Howl of the Gods
by Rajesh Pandey
Stratton Press

"A very thin veil of steam rose from it as the clouds passed away from the moon and allowed it to shine with all its waxing brilliance. Hal wanted this night to end."

In this supernatural crime thriller, Lieutenant Hal Dillon hunts a terrifying killer in Moon Valley. When the novel opens, Hal, a “forensic specialist turned field agent” who ironically is afraid of death, is on an undercover drug deal that goes terribly awry. Someone has left a brutally murdered victim, prompting Hal to change course. He soon finds himself in uncharted territory with the gruesome investigation. Meanwhile, Mark Hunter hunts the vicious killer, or “the beast,” with special bullets as Hal, with the support of others, is equally propelled by curiosity and necessity to stop this fearsome killer.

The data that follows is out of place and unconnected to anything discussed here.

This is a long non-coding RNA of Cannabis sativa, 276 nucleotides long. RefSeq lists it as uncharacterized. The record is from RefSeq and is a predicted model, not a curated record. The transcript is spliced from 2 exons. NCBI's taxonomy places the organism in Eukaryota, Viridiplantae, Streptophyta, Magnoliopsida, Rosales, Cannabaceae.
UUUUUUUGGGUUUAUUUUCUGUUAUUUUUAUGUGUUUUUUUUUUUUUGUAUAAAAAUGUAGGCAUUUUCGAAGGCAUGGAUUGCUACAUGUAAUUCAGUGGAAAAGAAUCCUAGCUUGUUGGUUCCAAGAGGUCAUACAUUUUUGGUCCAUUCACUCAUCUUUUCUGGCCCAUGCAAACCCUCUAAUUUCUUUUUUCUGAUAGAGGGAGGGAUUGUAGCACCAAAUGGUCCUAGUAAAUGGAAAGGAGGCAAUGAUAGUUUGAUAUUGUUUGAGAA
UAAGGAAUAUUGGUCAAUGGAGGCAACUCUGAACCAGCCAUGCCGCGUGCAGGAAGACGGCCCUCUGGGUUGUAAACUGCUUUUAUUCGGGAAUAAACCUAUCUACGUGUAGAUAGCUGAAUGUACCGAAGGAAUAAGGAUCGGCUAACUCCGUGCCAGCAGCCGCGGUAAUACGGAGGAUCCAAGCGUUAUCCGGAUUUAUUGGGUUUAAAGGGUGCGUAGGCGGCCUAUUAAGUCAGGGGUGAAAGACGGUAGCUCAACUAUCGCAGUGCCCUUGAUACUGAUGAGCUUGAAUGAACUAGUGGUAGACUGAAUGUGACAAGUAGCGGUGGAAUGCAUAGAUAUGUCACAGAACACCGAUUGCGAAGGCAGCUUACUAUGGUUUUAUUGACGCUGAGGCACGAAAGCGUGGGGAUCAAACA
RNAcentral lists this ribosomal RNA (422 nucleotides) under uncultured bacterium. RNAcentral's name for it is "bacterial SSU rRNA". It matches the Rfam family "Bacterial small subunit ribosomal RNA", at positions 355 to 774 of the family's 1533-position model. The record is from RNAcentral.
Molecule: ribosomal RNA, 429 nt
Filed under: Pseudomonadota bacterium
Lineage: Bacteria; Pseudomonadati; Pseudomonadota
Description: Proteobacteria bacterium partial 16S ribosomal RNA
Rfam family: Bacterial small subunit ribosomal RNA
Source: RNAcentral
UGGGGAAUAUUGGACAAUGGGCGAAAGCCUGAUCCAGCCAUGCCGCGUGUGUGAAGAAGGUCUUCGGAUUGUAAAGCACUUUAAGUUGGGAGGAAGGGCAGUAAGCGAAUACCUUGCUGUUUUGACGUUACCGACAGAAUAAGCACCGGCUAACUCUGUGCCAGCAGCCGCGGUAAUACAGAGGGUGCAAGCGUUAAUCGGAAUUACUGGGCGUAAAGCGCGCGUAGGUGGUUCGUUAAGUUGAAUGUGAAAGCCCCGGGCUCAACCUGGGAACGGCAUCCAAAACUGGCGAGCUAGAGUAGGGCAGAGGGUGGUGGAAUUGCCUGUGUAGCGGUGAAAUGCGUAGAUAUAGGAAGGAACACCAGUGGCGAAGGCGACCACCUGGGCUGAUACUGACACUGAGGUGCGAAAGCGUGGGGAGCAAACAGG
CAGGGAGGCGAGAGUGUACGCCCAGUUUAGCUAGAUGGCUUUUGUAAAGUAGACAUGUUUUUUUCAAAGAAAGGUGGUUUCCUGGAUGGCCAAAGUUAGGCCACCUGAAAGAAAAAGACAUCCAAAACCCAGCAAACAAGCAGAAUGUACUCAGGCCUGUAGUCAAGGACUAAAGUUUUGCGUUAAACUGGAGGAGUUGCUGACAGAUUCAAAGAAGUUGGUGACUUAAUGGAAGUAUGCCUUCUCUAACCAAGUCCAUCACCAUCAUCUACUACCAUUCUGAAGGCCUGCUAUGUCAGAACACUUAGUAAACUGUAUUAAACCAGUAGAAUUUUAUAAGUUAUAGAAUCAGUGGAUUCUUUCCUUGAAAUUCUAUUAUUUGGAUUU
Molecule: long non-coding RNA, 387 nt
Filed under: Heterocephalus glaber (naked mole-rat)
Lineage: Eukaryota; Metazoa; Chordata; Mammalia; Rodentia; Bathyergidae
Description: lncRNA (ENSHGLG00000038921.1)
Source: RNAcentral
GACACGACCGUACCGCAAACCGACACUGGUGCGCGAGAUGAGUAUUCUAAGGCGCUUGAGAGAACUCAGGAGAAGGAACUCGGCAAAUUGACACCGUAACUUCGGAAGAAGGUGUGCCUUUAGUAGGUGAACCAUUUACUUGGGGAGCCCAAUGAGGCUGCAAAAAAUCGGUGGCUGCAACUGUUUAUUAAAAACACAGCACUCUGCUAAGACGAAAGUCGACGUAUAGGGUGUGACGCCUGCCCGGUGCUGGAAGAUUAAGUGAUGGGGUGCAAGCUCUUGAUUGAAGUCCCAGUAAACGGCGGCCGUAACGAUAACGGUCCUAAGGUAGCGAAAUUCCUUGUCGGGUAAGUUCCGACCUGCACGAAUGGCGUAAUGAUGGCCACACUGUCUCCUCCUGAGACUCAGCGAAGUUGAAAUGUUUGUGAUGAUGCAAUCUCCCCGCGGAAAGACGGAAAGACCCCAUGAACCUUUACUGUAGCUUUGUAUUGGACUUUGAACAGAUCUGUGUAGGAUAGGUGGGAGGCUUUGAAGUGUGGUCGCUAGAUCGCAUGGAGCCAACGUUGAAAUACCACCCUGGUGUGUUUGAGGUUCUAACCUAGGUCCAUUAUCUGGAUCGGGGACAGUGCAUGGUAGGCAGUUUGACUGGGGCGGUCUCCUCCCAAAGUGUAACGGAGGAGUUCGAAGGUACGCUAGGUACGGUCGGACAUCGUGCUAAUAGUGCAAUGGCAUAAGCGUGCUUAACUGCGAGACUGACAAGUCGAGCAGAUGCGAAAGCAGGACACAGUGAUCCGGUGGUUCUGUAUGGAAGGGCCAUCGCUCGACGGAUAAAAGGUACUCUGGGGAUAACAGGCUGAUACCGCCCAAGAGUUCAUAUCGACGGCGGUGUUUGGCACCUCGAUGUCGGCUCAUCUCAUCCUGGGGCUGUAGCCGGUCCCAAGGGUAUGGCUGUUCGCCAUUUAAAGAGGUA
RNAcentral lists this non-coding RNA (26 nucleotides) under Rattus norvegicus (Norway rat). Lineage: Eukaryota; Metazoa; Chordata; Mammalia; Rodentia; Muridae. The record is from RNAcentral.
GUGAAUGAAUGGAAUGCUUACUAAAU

Every aspect of this book builds towards a finale with the usual gun chases, slaughter, and romance in an attempt to hold the reader’s attention to its end. Pandey shifts between the hunter and the hunted in this modern-day ordeal of a not-quite-human killer terrorizing a town. Though this isn’t wholly original, Pandey does a fair job with his take on the lycanthrope trope. The visceral descriptions of the killer and the creepy atmospheric details of the woods form the meat of the plot and are the most intriguing parts of Pandey’s weighty novel. Here, Pandey examines the duality of man and the struggle of the human-versus-savage nature within the contexts of a familiar monster subculture. Although the narrative is laced with derogatory terms, they are used primarily in the character development of specific members of the cast as well as to portray individual viewpoints. Overall, Pandey presents horror fans with a conventional tale that fits squarely in the genre.

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